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11/6/2019 | Restoring a Fair Workweek

Workers Tell Congress Why We Need a Fair Workweek

Last month, hourly service workers from CPD affiliates United for Respect and One Pennsylvania called on Congress to guarantee a fair workweek and combat the last-minute scheduling practices that make it impossible for workers to thrive. At the same time, CPD amplified new data illustrating how erratic and unpredictable workweeks hurt families and perpetuate racial inequality. These events made headlines in The New York Times, Vox, CNN, Fortune, Maine Beacon, and other outlets. And just yesterday, Senator Elizabeth Warren reintroduced the legislation to help ensure that low-wage employees have more certainty about their work schedules and income. Check out and share powerful stories from workers here

A few key highlights from our Fair Workweek actions last week include:

  • United for Respect leaders Brandy Powell and Jenny Allen participated in a Capitol Hill roundtable discussion with researchers, policy advocates, and Representative Rosa DeLauro (D-CT). During the conversation––which was hosted by CPD, United for Respect, the Washington Center for Equitable Growth, and the National Women’s Law Center––Brandy and Jenny shared how last-minute schedules make it hard to make ends meet and harms their children. Check out other powerful stories from workers here.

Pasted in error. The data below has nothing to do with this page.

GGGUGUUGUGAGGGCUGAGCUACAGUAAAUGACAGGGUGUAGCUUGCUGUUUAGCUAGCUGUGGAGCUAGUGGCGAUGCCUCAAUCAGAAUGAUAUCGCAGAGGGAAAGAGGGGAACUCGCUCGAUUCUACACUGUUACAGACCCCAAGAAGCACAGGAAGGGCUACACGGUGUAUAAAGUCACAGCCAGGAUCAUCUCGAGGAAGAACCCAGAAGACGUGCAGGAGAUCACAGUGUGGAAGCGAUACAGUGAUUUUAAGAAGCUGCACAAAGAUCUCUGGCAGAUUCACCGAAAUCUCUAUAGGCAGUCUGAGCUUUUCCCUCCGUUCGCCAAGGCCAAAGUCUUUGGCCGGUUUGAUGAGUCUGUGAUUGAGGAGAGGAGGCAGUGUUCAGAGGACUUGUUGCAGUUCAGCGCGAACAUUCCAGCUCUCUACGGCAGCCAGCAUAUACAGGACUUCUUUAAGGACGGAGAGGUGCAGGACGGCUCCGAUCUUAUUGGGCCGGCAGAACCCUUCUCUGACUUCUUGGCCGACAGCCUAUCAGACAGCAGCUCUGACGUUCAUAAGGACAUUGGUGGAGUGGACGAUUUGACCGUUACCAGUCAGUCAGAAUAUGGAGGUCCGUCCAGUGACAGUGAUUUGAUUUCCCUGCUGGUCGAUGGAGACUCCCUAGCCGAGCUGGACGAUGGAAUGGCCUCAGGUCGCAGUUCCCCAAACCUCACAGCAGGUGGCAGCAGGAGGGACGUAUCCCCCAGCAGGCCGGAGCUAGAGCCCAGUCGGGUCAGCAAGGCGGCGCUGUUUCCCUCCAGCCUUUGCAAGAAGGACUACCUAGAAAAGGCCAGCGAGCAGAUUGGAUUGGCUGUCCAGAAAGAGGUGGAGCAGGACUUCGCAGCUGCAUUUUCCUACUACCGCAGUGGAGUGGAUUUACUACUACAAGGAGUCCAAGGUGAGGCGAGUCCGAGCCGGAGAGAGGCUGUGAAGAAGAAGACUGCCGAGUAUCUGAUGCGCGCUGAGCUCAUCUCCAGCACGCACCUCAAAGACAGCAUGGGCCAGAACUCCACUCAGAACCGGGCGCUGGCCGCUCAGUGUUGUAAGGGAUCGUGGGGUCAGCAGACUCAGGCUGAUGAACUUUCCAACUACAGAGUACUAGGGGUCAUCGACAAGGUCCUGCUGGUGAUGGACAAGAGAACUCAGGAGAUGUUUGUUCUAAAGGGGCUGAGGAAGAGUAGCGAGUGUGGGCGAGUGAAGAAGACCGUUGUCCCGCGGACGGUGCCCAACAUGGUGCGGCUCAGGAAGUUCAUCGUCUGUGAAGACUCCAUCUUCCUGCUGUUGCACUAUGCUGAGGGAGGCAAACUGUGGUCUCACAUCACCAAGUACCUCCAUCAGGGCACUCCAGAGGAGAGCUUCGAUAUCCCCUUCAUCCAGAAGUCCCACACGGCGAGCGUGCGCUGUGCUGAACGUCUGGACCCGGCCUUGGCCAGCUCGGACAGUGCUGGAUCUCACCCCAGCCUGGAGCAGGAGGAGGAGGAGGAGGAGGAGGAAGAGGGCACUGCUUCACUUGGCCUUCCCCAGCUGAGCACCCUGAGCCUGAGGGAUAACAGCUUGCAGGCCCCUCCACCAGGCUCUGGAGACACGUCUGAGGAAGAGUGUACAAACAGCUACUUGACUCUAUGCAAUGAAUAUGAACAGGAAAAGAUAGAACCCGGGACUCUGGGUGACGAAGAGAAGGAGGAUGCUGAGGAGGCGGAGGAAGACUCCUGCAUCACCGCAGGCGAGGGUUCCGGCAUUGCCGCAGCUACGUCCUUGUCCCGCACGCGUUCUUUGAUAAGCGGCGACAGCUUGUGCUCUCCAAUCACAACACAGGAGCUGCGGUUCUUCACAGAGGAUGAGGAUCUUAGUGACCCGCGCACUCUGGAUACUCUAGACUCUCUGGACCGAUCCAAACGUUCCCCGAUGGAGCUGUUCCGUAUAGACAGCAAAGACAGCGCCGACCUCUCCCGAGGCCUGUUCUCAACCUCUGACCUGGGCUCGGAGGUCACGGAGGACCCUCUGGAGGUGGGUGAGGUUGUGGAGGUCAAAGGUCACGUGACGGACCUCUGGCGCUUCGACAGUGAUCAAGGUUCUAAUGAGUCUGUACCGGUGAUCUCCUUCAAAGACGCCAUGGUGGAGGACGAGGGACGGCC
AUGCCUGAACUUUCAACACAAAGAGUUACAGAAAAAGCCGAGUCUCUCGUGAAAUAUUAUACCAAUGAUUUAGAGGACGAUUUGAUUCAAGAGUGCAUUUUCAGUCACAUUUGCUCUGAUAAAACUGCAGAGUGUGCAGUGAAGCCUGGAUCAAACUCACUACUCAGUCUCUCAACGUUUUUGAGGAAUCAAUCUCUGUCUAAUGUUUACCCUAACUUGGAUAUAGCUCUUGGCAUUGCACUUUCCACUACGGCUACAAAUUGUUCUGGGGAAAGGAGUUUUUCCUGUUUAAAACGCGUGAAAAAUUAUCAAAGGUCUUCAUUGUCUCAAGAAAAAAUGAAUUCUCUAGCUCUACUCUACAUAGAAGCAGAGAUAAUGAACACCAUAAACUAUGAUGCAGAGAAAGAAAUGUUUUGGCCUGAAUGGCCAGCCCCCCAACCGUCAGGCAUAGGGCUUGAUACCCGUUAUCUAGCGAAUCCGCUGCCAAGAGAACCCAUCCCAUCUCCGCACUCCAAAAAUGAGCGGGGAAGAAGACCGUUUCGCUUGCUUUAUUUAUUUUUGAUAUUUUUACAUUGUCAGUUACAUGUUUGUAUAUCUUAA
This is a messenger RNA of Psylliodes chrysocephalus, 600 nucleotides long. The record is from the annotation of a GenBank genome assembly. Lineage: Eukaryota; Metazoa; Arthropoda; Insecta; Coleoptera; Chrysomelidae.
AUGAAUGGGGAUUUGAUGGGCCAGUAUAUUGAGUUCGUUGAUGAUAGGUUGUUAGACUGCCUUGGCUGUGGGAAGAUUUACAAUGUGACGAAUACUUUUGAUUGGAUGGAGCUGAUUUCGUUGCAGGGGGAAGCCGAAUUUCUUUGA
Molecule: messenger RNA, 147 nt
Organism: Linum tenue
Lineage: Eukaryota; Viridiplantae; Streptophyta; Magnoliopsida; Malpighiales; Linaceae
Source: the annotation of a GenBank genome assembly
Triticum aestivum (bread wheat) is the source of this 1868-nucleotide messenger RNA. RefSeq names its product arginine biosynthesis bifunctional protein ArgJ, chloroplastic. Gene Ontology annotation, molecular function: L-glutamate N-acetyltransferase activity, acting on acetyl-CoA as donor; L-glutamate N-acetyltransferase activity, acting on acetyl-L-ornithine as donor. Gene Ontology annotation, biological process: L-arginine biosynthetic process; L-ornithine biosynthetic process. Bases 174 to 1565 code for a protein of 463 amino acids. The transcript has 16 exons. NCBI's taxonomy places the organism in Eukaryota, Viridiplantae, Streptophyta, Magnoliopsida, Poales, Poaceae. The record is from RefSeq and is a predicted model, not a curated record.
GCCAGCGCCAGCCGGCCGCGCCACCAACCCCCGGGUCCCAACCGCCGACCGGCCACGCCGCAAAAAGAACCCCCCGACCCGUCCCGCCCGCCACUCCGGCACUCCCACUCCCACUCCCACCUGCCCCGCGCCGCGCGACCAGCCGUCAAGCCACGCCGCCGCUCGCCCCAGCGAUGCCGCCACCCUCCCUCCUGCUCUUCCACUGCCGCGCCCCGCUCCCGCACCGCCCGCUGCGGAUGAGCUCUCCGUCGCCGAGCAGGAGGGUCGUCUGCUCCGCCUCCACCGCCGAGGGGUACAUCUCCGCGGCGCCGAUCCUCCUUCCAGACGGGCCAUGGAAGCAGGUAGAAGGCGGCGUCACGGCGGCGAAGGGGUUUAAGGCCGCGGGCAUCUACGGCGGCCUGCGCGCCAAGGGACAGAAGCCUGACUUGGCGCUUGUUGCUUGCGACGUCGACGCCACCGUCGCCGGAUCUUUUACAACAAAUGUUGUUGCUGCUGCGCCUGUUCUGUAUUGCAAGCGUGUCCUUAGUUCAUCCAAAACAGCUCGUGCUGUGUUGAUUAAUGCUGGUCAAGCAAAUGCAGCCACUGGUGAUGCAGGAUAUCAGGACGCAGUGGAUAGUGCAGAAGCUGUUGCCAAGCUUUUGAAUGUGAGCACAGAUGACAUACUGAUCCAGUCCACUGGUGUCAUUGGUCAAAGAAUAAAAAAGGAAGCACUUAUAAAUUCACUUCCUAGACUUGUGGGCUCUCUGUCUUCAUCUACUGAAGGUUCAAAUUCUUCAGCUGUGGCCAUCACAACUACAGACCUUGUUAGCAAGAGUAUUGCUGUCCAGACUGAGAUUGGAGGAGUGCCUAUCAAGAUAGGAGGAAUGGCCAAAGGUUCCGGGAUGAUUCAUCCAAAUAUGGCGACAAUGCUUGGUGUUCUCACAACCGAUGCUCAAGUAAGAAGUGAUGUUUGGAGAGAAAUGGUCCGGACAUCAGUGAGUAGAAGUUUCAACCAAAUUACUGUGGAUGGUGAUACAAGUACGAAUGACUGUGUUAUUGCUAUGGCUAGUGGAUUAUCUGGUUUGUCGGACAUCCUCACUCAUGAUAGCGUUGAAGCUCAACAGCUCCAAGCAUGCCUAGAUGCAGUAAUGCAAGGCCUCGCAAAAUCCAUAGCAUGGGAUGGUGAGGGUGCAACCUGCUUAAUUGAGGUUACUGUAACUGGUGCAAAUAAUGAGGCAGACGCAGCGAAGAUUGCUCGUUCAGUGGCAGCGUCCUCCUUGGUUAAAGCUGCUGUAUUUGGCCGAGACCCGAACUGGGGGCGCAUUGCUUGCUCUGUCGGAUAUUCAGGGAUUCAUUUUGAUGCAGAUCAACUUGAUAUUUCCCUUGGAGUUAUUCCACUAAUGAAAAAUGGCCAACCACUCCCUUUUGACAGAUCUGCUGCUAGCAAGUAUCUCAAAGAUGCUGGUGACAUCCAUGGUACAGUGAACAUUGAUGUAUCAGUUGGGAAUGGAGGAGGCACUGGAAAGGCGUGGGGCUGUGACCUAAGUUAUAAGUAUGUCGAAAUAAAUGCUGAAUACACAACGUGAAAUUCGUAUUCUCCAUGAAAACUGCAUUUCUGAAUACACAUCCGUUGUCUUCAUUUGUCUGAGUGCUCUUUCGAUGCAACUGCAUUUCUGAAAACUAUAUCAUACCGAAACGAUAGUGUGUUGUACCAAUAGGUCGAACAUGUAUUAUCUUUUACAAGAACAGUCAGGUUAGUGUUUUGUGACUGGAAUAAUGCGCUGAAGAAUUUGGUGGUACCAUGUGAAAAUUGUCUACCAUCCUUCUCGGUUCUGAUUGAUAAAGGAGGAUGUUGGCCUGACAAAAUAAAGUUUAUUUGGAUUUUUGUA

• Following Jenny and Brandy’s testimony, on November 5, Rep. DeLauro and Senator Elizabeth Warren reintroduced a stronger Schedules that Work Act. The legislation will rebalance our lopsided workweeks by requiring companies to provide two weeks’ advance notice of work hours; compensate workers when their hours change at the last minute; guarantee adequate time between shifts to commute, eat, and rest; and give workers a voice in their schedules.

  • New national data illustrating the severe impact of schedule instability on workers of color and working families. In a survey of 30,000 retail and food service workers at 120 of the largest U.S. retail and food service companies, California researchers Daniel Schneider and Kristen Harknett found that an unpredictable work schedule raises the likelihood that workers will experience material hardship, including food and housing insecurity. Erratic work schedules also heighten children’s anxiety and behavioral challenges and perpetuate racial inequality, as workers of color, particularly women of color, experience more unstable work hours than their white coworkers at the same employer.

  • States and cities continued to take action to enact Fair Workweek legislation. On October 16, New Jersey Senate Majority Leader Loretta Weinberg announced her intention to introduce fair workweek legislation at a press conference with Make the Road New Jersey, United for Respect, Unite Here, SEIU, NJ Citizen Action, and other allies. On October 25, Rep. Rosa DeLauro, State Sen. Julie Kushner, and State Rep. Robyn Porter joined the Connecticut Working Families Party, activists, and scholars for a roundtable discussion about how unfair on-call scheduling practices have affected workers’ lives.

Workers across the country are rising up in support of a Fair Workweek. Watch and share our video to help us spread the word about a Fair Workweek and ensure all workers across the country have these protections!